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Falling Rock, Washington, Cathedral Rock

FALLING ROCK

Washington, Cathedral Rock

About 10:30 a.m. on September 23, our party was proceeding up to the chockstone on the Northwest couloir on Cathedral Rock. I was leading the party approximately 50 feet ahead, in order to determine the rope-up point. I stepped on a fractured area of the rock block I was moving over. When I removed my foot, a section two feet by three feet in size broke off and shot down the couloir taking loose material with it. This section hit Anne Griffin (apparently on her pack) and knocked her down.

Griffin was caught and prevented from falling by Marv Olson. Upon reaching her, I found that she was stunned and dizzy but coherent. She was bleeding slightly from her nose, her elbow was bruised and she had chipped a tooth. I checked the pupils of her eyes and they were even. We made her comfortable and treated her for shock, allowing her to rest for approximately 45 minutes. After resting, Griffin said she was all right and would be able to walk out. We divided her equipment among the members of the climbing party. I put her in the middle of a shortened rope, and we proceeded down the mountain slowly.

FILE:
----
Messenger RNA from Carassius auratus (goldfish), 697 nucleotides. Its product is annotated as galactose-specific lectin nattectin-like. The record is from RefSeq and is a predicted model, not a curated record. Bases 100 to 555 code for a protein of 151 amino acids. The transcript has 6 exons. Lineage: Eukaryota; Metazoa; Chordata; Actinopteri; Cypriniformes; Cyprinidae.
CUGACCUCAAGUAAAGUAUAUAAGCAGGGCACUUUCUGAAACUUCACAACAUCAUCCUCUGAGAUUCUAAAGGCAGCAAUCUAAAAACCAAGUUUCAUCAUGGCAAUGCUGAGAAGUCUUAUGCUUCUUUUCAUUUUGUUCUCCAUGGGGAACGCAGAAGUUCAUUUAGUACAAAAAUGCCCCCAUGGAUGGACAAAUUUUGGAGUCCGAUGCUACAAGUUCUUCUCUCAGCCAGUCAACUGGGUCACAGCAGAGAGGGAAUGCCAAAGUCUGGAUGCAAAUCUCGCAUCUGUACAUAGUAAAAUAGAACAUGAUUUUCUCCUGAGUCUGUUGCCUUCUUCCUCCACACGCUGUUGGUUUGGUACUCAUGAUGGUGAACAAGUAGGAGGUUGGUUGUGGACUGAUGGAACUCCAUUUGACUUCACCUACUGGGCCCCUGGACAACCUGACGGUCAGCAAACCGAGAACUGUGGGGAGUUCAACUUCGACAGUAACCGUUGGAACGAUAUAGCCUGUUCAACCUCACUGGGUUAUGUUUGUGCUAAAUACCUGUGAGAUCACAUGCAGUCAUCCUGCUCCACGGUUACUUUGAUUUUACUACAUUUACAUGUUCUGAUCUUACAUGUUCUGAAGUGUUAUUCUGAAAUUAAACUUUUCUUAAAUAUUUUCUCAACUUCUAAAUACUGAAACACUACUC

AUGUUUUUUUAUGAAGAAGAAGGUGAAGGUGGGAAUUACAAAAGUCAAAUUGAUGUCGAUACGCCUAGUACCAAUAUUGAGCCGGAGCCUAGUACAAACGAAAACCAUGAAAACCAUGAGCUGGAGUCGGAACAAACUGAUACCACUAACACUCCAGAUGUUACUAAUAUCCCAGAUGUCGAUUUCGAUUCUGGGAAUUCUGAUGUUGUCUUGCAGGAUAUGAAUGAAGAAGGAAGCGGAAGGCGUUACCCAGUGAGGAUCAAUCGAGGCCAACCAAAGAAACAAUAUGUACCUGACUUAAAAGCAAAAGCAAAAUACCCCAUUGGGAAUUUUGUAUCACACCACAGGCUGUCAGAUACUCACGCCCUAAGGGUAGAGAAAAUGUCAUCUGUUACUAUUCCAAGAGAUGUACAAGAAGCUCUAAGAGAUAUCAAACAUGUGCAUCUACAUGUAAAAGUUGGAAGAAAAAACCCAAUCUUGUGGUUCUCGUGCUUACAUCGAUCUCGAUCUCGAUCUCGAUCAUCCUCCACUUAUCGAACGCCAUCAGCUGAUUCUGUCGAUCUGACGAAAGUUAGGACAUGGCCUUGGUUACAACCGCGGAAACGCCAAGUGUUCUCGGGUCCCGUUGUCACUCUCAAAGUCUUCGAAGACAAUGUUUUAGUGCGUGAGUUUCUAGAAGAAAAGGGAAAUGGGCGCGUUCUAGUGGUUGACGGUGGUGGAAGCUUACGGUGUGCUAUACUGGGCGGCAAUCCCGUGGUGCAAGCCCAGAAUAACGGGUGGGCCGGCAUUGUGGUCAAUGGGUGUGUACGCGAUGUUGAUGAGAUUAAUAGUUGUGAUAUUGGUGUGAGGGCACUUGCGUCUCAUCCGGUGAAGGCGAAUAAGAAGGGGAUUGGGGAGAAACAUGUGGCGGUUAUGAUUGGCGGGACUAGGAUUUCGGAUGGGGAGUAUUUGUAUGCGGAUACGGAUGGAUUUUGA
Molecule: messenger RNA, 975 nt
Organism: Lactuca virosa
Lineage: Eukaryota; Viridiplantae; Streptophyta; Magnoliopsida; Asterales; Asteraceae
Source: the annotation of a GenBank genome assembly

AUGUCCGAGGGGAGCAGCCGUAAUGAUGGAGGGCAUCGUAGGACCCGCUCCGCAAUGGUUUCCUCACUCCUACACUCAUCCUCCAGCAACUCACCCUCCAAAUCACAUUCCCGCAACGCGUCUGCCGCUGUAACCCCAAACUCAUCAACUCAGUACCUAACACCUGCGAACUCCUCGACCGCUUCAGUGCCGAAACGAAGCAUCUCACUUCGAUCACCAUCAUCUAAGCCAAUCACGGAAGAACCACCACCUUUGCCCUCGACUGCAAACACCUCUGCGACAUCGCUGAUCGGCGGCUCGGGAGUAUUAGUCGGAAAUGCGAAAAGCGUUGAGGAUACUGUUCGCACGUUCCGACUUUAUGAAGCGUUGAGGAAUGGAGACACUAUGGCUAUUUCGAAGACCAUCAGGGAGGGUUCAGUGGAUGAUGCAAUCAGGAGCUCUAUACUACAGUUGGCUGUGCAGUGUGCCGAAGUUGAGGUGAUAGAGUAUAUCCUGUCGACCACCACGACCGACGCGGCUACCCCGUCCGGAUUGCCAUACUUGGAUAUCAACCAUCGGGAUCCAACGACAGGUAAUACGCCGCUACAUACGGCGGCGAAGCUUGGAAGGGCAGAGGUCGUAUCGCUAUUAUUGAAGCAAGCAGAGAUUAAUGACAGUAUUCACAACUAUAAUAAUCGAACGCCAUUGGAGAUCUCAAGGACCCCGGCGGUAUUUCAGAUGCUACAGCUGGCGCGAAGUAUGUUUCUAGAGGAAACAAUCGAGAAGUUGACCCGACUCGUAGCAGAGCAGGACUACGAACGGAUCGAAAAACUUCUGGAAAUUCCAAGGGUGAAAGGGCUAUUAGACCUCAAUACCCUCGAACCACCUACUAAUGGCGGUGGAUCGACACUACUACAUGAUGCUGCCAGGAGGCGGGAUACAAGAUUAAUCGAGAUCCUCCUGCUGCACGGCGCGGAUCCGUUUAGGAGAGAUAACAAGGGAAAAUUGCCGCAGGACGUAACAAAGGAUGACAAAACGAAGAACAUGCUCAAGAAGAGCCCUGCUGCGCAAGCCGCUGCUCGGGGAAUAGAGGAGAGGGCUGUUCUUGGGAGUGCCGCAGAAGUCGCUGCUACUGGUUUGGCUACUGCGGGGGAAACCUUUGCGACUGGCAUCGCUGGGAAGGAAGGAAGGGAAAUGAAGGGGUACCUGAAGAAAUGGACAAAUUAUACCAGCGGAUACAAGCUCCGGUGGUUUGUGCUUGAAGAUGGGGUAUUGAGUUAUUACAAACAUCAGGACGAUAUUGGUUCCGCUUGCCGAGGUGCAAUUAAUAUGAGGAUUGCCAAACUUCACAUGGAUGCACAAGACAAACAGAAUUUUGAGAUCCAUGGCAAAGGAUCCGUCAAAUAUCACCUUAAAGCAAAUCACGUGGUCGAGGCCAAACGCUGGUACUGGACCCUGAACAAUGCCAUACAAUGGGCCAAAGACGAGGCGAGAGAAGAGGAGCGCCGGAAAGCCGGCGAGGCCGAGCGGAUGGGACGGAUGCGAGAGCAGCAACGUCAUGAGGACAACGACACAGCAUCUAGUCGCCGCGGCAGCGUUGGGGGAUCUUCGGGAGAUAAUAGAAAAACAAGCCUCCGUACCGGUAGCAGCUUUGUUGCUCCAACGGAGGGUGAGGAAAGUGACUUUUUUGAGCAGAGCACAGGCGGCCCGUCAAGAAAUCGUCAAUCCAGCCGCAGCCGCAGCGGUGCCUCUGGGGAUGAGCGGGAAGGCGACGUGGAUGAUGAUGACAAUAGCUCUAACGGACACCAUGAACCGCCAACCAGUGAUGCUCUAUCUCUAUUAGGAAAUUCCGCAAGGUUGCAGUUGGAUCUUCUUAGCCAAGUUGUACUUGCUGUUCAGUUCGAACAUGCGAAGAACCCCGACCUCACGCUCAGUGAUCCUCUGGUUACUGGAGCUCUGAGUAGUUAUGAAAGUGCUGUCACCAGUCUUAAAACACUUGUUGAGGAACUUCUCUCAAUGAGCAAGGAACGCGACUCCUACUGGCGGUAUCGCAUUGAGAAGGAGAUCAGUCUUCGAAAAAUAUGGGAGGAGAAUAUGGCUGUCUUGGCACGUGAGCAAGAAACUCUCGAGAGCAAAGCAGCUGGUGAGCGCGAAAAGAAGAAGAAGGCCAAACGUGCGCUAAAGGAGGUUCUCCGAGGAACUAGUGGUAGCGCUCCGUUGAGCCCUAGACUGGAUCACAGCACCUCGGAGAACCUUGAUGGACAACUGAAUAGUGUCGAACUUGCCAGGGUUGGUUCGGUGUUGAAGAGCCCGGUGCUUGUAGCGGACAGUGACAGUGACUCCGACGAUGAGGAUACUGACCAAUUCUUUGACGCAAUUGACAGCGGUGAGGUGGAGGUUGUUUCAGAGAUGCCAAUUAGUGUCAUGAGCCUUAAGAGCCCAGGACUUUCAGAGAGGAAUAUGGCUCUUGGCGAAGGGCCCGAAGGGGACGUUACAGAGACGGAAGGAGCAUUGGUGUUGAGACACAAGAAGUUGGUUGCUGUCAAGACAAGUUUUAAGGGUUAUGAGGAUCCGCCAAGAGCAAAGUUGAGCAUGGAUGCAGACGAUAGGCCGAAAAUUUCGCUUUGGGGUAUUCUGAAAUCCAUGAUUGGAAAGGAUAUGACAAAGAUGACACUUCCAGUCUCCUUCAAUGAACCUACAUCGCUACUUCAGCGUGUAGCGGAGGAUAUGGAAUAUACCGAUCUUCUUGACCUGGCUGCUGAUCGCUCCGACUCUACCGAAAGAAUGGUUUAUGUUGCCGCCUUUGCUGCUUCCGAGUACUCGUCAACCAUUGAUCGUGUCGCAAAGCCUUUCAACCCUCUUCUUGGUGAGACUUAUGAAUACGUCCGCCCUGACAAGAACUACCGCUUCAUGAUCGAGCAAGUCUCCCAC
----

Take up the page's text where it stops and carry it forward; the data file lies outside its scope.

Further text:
Upon reaching the meadow near the trail intersection, we unroped and rested for a half hour and then started down the trail, arriving at the cars at 4:30 p.m. I checked with Griffin the following Thursday after the climb, and she said she felt all right except for bruises. (Source: Hubert Favero, The Mountaineers Accident Report Form)

Analysis

In retrospect, I should not have been scouting above the party. I should have realized that the loose material in the lower part of the couloir had to originate from the fractured rock in the upper reaches of the couloir; rock that seems solid breaks off easily. I feel that we were very fortunate that there was not a very serious injury or a fatality due to the size of the rockfall and the confinement in the area of the rockfall. (Source: Hubert J. Favero, The Mountaineers Accident Report Form)